The Greatest Commandments of All

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The whole Law and the prophets depend on these two commandments. – Matthew 22:40

“Teacher, which is the greatest commandment in the Law?” This was the question asked of Jesus by the Pharisees, after Jesus had silenced the Sadducees. This was yet another attempt on their part to trap Jesus, to accuse him of heresy. Once again, they knew not who they were dealing with. Jesus answered that question with the truth that is at the center of the Jewish faith. It is the truth at the center of our Christian faith too. “Love the Lord with all your heart, with all your soul, and with all your mind. This is the greatest and the most important commandment. The second most important commandment is like it: Love your neighbor as you love yourself.” There it is. That is the center of the target. Both Jewish and Christian scholars have said that this truth encompasses the whole message of the scriptures and that everything else is commentary.

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We Christians, then, are challenged every time we read this passage to renew our commitment to these two commandments. They are inextricably related to one another, after all. “If anyone says, ‘I love God,’ yet hates his brother, he is a liar. For anyone who does not love his brother, whom he has seen, cannot love God, whom he has not seen.” (1John 4:20) This, then, is our Christian mission; we must continue in our daily efforts to love God with our whole being. For, if we love God with our whole being, how could we not be in love with all of our brothers/neighbors who are his children. It is easy to love those that love us. God asks us, indeed, shows us the importance of loving those who do not appear to be lovable. Is that not why he asks us to forgive those who injure us 70 X 7 times? Is that not why he asks us to be the Good Samaritan to all those we see in need? Someone once told me that, if I was experiencing difficulties in my prayer life, I should look at what troubles I was having in my relationships with those close to me, or at any issues of prejudice I might have. If I am unable to love others whom I can see, how can I love God whom I have never seen? After all, he loves them with the same intensity that he loves me. This is why the passage from Matthew above ends with this final phrase: “The whole law and the prophets depend on these two commandments.” (Matthew 22:40) Indeed, the whole of salvation depends on them.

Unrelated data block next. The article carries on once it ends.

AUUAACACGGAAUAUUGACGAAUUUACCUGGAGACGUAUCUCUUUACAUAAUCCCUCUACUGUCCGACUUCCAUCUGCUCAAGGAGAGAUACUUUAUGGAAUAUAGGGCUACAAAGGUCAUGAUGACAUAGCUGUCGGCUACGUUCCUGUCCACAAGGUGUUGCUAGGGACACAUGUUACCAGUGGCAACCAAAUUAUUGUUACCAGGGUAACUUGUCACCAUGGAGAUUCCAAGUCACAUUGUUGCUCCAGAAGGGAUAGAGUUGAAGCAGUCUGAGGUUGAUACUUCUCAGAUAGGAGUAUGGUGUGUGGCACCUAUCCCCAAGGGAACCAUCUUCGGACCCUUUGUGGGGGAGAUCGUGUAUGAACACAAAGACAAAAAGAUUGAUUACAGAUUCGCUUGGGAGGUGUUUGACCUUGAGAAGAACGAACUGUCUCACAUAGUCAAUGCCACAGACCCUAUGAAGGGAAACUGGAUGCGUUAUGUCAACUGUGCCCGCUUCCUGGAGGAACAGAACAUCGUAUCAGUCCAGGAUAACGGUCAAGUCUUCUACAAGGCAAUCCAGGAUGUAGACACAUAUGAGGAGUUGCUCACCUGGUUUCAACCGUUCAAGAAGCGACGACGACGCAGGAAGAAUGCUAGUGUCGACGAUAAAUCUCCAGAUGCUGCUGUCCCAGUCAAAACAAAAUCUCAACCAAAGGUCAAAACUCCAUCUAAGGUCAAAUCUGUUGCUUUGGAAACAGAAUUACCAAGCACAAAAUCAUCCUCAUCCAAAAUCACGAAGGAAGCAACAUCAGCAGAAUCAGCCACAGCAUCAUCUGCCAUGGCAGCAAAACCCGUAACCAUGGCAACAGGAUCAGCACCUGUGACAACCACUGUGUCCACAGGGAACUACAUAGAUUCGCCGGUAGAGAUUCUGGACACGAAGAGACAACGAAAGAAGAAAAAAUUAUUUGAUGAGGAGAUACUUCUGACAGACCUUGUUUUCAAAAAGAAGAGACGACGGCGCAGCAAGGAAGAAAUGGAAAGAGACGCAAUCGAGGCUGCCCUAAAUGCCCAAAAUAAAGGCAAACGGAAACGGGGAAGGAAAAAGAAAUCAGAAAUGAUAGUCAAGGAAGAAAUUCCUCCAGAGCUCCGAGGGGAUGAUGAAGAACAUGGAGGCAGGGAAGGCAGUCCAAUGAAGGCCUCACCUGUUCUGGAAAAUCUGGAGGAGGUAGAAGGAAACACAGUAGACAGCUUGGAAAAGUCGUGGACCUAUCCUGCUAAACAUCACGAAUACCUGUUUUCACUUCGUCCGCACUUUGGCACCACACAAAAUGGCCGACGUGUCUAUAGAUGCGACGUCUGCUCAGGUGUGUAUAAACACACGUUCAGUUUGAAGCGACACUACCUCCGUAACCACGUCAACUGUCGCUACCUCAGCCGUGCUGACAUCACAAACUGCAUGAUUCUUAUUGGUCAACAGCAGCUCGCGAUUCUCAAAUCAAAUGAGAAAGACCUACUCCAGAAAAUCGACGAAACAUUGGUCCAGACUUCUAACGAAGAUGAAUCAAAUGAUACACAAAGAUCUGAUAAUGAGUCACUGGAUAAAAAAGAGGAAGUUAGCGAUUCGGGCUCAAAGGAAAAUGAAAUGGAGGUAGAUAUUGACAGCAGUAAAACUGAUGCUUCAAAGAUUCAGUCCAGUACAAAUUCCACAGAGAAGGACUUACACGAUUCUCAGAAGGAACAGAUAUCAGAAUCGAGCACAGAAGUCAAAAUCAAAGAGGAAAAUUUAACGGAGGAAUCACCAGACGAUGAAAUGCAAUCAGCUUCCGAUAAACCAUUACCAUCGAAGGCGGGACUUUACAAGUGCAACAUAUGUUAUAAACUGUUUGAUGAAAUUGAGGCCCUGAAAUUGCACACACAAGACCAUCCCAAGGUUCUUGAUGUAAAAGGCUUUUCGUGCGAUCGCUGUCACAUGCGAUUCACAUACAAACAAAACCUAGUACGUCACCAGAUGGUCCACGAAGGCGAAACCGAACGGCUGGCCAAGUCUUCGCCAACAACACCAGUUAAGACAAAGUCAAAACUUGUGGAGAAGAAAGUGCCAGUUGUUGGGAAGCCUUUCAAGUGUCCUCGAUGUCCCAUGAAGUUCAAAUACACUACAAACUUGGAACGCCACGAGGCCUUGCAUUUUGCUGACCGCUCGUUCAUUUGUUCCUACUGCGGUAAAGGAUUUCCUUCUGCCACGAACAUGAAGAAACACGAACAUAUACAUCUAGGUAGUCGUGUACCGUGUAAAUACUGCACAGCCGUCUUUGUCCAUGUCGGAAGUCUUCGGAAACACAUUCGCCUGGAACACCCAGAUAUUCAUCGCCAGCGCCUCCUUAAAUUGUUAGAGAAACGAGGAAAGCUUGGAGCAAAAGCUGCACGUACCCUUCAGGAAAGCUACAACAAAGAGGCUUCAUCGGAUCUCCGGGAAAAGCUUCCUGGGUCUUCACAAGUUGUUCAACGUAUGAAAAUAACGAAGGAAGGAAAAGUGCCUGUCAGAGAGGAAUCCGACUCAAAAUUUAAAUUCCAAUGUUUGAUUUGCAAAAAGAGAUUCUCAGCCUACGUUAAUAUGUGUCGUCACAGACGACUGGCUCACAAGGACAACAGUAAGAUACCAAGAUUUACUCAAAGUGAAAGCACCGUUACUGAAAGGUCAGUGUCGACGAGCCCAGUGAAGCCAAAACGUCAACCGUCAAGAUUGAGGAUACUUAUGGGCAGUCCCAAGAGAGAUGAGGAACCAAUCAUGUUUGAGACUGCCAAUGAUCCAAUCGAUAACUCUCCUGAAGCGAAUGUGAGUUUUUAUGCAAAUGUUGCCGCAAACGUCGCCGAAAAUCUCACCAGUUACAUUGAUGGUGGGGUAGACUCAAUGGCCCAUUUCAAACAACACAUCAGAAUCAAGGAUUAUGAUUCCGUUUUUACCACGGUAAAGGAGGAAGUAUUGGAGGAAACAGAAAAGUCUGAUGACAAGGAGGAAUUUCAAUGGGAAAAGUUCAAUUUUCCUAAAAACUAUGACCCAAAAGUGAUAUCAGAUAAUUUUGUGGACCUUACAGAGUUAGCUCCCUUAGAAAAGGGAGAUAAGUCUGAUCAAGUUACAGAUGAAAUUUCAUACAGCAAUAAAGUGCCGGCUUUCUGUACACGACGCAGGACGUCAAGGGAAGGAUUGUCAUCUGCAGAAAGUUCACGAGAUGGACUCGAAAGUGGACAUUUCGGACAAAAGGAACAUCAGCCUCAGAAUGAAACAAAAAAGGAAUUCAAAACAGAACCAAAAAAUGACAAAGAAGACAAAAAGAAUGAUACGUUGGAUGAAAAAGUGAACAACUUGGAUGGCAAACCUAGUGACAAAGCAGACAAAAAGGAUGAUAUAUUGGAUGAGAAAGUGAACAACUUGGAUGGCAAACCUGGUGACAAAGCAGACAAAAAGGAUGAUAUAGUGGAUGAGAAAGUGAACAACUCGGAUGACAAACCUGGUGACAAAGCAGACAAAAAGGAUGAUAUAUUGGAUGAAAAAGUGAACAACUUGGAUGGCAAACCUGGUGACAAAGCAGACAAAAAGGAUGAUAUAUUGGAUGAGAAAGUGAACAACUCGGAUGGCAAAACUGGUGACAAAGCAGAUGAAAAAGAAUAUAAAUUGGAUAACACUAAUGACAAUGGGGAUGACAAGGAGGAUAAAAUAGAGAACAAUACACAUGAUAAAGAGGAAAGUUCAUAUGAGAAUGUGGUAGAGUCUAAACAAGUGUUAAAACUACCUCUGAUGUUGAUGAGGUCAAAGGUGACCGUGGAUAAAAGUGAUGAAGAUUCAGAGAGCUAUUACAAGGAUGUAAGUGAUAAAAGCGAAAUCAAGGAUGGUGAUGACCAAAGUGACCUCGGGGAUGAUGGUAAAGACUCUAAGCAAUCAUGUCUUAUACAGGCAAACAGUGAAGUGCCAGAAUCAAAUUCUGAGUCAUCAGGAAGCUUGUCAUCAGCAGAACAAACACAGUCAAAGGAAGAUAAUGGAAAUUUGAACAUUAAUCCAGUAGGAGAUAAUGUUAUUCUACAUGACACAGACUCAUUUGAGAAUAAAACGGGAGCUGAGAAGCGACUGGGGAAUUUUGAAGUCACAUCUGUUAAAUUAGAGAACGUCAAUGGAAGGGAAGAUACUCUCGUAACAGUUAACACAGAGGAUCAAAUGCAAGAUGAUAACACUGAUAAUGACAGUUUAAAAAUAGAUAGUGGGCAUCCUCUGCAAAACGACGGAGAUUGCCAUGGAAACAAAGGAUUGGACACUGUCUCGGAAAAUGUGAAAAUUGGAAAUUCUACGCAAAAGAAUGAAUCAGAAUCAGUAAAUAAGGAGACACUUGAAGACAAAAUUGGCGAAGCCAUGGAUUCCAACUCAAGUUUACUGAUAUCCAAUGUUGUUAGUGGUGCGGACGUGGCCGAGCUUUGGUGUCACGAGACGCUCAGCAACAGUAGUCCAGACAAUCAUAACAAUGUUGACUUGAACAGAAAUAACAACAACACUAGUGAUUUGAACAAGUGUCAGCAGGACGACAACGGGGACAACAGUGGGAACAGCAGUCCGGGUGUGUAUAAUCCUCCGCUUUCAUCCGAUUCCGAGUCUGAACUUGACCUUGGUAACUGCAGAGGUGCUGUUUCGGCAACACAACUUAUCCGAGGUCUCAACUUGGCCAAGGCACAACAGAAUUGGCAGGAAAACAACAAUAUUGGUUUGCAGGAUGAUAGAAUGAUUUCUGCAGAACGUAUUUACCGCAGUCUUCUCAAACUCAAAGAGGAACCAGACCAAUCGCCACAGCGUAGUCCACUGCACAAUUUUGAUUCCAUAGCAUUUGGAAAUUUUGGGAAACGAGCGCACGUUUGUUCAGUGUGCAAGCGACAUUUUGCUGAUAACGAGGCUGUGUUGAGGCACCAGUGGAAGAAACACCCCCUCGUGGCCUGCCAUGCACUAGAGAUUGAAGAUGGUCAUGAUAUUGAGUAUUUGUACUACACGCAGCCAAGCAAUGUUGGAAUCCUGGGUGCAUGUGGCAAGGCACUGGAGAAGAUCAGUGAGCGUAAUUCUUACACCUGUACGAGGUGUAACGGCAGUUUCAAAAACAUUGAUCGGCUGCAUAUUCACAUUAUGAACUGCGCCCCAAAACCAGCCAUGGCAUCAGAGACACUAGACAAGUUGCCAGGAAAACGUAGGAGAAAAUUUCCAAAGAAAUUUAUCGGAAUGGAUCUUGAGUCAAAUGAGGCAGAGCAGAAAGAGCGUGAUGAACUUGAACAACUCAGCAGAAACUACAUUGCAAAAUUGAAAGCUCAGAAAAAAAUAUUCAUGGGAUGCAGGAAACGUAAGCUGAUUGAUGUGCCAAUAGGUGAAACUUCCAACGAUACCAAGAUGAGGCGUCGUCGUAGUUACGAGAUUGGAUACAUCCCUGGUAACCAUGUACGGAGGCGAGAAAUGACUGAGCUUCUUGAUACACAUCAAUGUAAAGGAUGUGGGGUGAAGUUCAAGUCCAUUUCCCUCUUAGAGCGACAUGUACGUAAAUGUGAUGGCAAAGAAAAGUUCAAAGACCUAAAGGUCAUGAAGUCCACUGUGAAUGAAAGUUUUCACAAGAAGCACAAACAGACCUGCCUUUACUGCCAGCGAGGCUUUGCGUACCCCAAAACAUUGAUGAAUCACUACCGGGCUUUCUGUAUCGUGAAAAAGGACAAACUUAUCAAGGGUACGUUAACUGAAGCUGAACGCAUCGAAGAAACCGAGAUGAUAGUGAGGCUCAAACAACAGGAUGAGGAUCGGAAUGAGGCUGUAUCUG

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Dan Doyle is a husband, father, grandfather, Vietnam veteran, and retired professor of Humanities at Seattle University. He taught 13 years at the high school level and 22 years at the university level. He spends his time now babysitting his granddaughter. He is a poet and a blogger as well. Dan holds an AA degree in English Literature, a BA in Comparative Literature, and an MA in Theology, and writes regularly for The Veterans Site blog.